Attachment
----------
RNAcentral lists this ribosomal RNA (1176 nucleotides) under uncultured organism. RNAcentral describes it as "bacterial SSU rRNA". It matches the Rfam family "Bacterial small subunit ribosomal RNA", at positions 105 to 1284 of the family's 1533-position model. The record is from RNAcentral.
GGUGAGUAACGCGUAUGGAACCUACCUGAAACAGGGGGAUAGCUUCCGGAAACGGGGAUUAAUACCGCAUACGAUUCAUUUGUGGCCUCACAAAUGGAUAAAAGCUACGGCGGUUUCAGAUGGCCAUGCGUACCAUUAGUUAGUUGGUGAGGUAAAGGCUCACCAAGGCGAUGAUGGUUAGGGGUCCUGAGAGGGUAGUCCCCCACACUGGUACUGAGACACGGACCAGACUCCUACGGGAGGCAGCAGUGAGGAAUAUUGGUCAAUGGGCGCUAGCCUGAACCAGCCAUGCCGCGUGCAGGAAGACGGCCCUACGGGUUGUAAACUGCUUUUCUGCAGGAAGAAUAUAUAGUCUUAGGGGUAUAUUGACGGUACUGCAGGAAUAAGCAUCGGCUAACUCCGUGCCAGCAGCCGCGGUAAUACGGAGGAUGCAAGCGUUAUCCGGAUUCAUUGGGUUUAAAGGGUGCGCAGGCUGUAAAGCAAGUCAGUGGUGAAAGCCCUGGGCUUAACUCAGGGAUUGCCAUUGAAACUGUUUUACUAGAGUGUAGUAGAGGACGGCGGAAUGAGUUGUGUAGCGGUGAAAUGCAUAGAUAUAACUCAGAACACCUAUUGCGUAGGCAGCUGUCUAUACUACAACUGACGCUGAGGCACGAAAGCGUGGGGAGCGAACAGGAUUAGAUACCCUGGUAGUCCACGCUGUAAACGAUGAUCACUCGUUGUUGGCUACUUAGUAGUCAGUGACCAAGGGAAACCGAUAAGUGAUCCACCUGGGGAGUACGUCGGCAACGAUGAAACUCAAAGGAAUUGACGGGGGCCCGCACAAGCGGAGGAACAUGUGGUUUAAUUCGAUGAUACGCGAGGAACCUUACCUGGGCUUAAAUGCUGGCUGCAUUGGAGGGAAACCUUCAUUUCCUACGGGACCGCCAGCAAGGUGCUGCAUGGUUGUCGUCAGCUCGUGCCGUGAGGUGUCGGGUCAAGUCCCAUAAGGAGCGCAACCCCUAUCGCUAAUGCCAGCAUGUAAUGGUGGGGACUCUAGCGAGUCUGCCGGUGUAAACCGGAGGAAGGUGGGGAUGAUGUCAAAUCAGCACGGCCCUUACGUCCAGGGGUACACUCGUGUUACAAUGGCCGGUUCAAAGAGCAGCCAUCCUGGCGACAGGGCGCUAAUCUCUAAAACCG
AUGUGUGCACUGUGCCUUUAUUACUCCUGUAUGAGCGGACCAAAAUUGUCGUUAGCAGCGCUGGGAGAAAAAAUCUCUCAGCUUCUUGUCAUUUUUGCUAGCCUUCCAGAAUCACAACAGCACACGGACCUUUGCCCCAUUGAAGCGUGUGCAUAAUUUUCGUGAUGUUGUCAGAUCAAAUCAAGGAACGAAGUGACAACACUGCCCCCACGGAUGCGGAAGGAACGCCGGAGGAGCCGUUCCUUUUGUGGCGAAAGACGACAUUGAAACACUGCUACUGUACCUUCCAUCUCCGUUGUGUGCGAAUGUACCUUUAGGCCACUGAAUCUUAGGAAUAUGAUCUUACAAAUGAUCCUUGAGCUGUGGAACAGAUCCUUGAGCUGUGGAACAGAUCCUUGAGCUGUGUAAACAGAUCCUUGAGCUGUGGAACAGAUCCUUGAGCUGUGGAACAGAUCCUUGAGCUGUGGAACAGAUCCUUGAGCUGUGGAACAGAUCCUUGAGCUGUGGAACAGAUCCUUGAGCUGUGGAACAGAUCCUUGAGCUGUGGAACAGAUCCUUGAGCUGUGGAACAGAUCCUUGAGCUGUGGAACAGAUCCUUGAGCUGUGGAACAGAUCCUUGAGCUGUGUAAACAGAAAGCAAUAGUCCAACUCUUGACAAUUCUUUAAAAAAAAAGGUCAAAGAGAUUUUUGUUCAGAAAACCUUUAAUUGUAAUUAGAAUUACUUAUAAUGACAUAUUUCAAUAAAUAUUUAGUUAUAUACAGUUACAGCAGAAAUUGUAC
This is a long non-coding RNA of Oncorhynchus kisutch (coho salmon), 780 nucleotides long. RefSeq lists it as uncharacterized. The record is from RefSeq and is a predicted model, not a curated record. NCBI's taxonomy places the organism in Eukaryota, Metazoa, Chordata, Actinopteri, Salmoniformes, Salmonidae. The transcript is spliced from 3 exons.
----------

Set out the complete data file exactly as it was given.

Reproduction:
RNAcentral lists this ribosomal RNA (1176 nucleotides) under uncultured organism. RNAcentral describes it as "bacterial SSU rRNA". It matches the Rfam family "Bacterial small subunit ribosomal RNA", at positions 105 to 1284 of the family's 1533-position model. The record is from RNAcentral.
GGUGAGUAACGCGUAUGGAACCUACCUGAAACAGGGGGAUAGCUUCCGGAAACGGGGAUUAAUACCGCAUACGAUUCAUUUGUGGCCUCACAAAUGGAUAAAAGCUACGGCGGUUUCAGAUGGCCAUGCGUACCAUUAGUUAGUUGGUGAGGUAAAGGCUCACCAAGGCGAUGAUGGUUAGGGGUCCUGAGAGGGUAGUCCCCCACACUGGUACUGAGACACGGACCAGACUCCUACGGGAGGCAGCAGUGAGGAAUAUUGGUCAAUGGGCGCUAGCCUGAACCAGCCAUGCCGCGUGCAGGAAGACGGCCCUACGGGUUGUAAACUGCUUUUCUGCAGGAAGAAUAUAUAGUCUUAGGGGUAUAUUGACGGUACUGCAGGAAUAAGCAUCGGCUAACUCCGUGCCAGCAGCCGCGGUAAUACGGAGGAUGCAAGCGUUAUCCGGAUUCAUUGGGUUUAAAGGGUGCGCAGGCUGUAAAGCAAGUCAGUGGUGAAAGCCCUGGGCUUAACUCAGGGAUUGCCAUUGAAACUGUUUUACUAGAGUGUAGUAGAGGACGGCGGAAUGAGUUGUGUAGCGGUGAAAUGCAUAGAUAUAACUCAGAACACCUAUUGCGUAGGCAGCUGUCUAUACUACAACUGACGCUGAGGCACGAAAGCGUGGGGAGCGAACAGGAUUAGAUACCCUGGUAGUCCACGCUGUAAACGAUGAUCACUCGUUGUUGGCUACUUAGUAGUCAGUGACCAAGGGAAACCGAUAAGUGAUCCACCUGGGGAGUACGUCGGCAACGAUGAAACUCAAAGGAAUUGACGGGGGCCCGCACAAGCGGAGGAACAUGUGGUUUAAUUCGAUGAUACGCGAGGAACCUUACCUGGGCUUAAAUGCUGGCUGCAUUGGAGGGAAACCUUCAUUUCCUACGGGACCGCCAGCAAGGUGCUGCAUGGUUGUCGUCAGCUCGUGCCGUGAGGUGUCGGGUCAAGUCCCAUAAGGAGCGCAACCCCUAUCGCUAAUGCCAGCAUGUAAUGGUGGGGACUCUAGCGAGUCUGCCGGUGUAAACCGGAGGAAGGUGGGGAUGAUGUCAAAUCAGCACGGCCCUUACGUCCAGGGGUACACUCGUGUUACAAUGGCCGGUUCAAAGAGCAGCCAUCCUGGCGACAGGGCGCUAAUCUCUAAAACCG
AUGUGUGCACUGUGCCUUUAUUACUCCUGUAUGAGCGGACCAAAAUUGUCGUUAGCAGCGCUGGGAGAAAAAAUCUCUCAGCUUCUUGUCAUUUUUGCUAGCCUUCCAGAAUCACAACAGCACACGGACCUUUGCCCCAUUGAAGCGUGUGCAUAAUUUUCGUGAUGUUGUCAGAUCAAAUCAAGGAACGAAGUGACAACACUGCCCCCACGGAUGCGGAAGGAACGCCGGAGGAGCCGUUCCUUUUGUGGCGAAAGACGACAUUGAAACACUGCUACUGUACCUUCCAUCUCCGUUGUGUGCGAAUGUACCUUUAGGCCACUGAAUCUUAGGAAUAUGAUCUUACAAAUGAUCCUUGAGCUGUGGAACAGAUCCUUGAGCUGUGGAACAGAUCCUUGAGCUGUGUAAACAGAUCCUUGAGCUGUGGAACAGAUCCUUGAGCUGUGGAACAGAUCCUUGAGCUGUGGAACAGAUCCUUGAGCUGUGGAACAGAUCCUUGAGCUGUGGAACAGAUCCUUGAGCUGUGGAACAGAUCCUUGAGCUGUGGAACAGAUCCUUGAGCUGUGGAACAGAUCCUUGAGCUGUGGAACAGAUCCUUGAGCUGUGGAACAGAUCCUUGAGCUGUGUAAACAGAAAGCAAUAGUCCAACUCUUGACAAUUCUUUAAAAAAAAAGGUCAAAGAGAUUUUUGUUCAGAAAACCUUUAAUUGUAAUUAGAAUUACUUAUAAUGACAUAUUUCAAUAAAUAUUUAGUUAUAUACAGUUACAGCAGAAAUUGUAC
This is a long non-coding RNA of Oncorhynchus kisutch (coho salmon), 780 nucleotides long. RefSeq lists it as uncharacterized. The record is from RefSeq and is a predicted model, not a curated record. NCBI's taxonomy places the organism in Eukaryota, Metazoa, Chordata, Actinopteri, Salmoniformes, Salmonidae. The transcript is spliced from 3 exons.